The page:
Another interesting method they use for recording had to with acoustic guitar. They recorded every song with a primary acoustic track, which is interesting because none of the songs actually have any acoustic when they play live. The point was to make sure there is always a center on the song, a more vintage feel that can transfer easily to the live version.

Some of the tricks the band used to make sure a live show matches the recording are fairly unique. Iwanusa described how they went through a few different versions of the song “On My Own” before trying out a quick piano part as a background element. They recorded the part with a smartphone, which is sort of a “live” technique and then ended up making that part a focal point. (It’s part of a call-and-response between vocals and the synth.)

At the Xcel Energy Center in St. Paul, a police dog sniffed at my camera bag. I had to laugh. The band had just gotten out of a prayer meeting and they were strumming through the opening salvos of their worship hit “Forever Reign”. If they were taking drugs, we’re all in deep trouble.

For Hillsong, it might be a bit easier for the live music to match the recording, since many of their albums are recorded live. Yet, the song structures still have to match up. The gear choices have to match the songs they will play in concert.

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A manager took me around to look at all of the gear and talk to the band. A few techniques they use for replicating their recorded albums became obvious. One is that they tend to use synth and analog bass, sometimes switching between them mid song. For example, on “Forever Reign” the song starts out with a subtle intro but eventually has a big uplifting chorus. At that “drop” (if you can use a nightclub term for a Christian band), the bass switches to synth for a sub-drenched stadium filling tone. Another technique has to do with playing high on the neck or lower. To make sure the songs match the recorded versions, the bass player always plays up higher to avoid interfering with the vocals, which are always front and center.

Hillsong also plans out where each artist is situated. The drummer happens to be left handed, so the bass sits to his left. (That’s why the drums are far stage right.) One thing that became clear is that this is a highly professional band that is orchestrating an experience in concert as much as orchestrating the song arrangements. Every member told me they want the music to be flexible enough that they can sense the moment and adjust to crowd dynamics.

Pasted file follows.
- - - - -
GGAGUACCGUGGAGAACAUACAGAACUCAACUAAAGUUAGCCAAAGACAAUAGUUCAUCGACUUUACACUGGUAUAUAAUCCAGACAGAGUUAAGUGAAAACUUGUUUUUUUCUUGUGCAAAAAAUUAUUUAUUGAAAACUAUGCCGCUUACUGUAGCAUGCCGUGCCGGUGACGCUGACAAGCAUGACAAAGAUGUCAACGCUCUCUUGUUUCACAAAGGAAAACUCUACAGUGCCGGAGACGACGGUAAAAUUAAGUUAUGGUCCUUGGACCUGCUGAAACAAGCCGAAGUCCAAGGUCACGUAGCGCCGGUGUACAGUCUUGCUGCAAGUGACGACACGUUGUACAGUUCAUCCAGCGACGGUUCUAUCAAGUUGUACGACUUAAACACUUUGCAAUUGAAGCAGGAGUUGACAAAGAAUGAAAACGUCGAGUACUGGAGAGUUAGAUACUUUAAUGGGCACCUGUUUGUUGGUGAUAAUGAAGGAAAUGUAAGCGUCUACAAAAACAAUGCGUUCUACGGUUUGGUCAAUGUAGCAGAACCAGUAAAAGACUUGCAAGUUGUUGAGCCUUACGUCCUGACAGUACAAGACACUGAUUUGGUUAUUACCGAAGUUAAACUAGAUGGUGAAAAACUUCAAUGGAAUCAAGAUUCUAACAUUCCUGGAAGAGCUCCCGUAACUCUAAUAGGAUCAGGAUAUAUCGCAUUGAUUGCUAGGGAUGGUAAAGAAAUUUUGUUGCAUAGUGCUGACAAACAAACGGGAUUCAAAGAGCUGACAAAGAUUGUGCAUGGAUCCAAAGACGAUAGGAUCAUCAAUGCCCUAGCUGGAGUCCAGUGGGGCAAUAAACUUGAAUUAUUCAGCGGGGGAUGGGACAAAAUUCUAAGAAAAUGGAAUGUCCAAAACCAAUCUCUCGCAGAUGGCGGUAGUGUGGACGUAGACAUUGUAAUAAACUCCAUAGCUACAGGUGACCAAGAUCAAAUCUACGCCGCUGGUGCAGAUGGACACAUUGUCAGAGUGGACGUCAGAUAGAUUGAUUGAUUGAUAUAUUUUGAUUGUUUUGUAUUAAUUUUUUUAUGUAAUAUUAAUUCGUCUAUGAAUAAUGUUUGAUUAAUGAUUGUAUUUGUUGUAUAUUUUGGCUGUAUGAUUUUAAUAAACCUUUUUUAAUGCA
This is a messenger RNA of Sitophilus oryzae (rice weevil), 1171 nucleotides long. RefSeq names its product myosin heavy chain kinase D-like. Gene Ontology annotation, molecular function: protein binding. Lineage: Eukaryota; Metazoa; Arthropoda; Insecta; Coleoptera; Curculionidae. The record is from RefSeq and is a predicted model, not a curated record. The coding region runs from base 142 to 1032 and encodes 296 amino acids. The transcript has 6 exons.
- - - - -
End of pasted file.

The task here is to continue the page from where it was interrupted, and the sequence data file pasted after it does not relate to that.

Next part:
For the bass, they use a SansAmp pedal for amp modeling, a Polytune Chromatic Tuner, a Little Big Muff for sustain and a warm tone, and an Interlacer board interface that ties it all together. The entire setup was meant to make sure the tones are warm and pristine, not distorted.

In recent years, Hillsong has moved away from an acoustic and electric guitar driven sound to something more lush and orchestrated. That means the synth is incredibly important. For pedals, one key element is the Big Sky, which creates a big arena-rock sound. Hillsong is making music that creates an atmosphere and is never meant to distract the listener. For that charter in the band to lead the crowd and not get in the way, the synth relies on the Main Stage 3 app from Apple for samples parts and a KORG Kontrol 2 controller.

What was so eye-opening to me about both bands is that there is some serious forethought put into the live shows. Even at the songwriting stage, Iwanusa from Caveman was thinking about how songs might be duplicated on stage. In some ways, that’s the difference between a so-so act and one that sticks around for a long time. Ask anyone who has seen Bruce Springsteen live and you’ll hear about how the heart of each song comes through. What makes a band terrible is when there’s a disconnect from what they do on stage and what they do on an album.

Part of it is equipment, but most of it is related to being intentional. Hillsong wants the music to play a secondary role to the vocals. They want a warm, enveloping sound. Caveman wants to sound cohesive. They worked incredibly hard to make sure each song works as a whole. My education made me want to go to more concerts and see how the magic happens.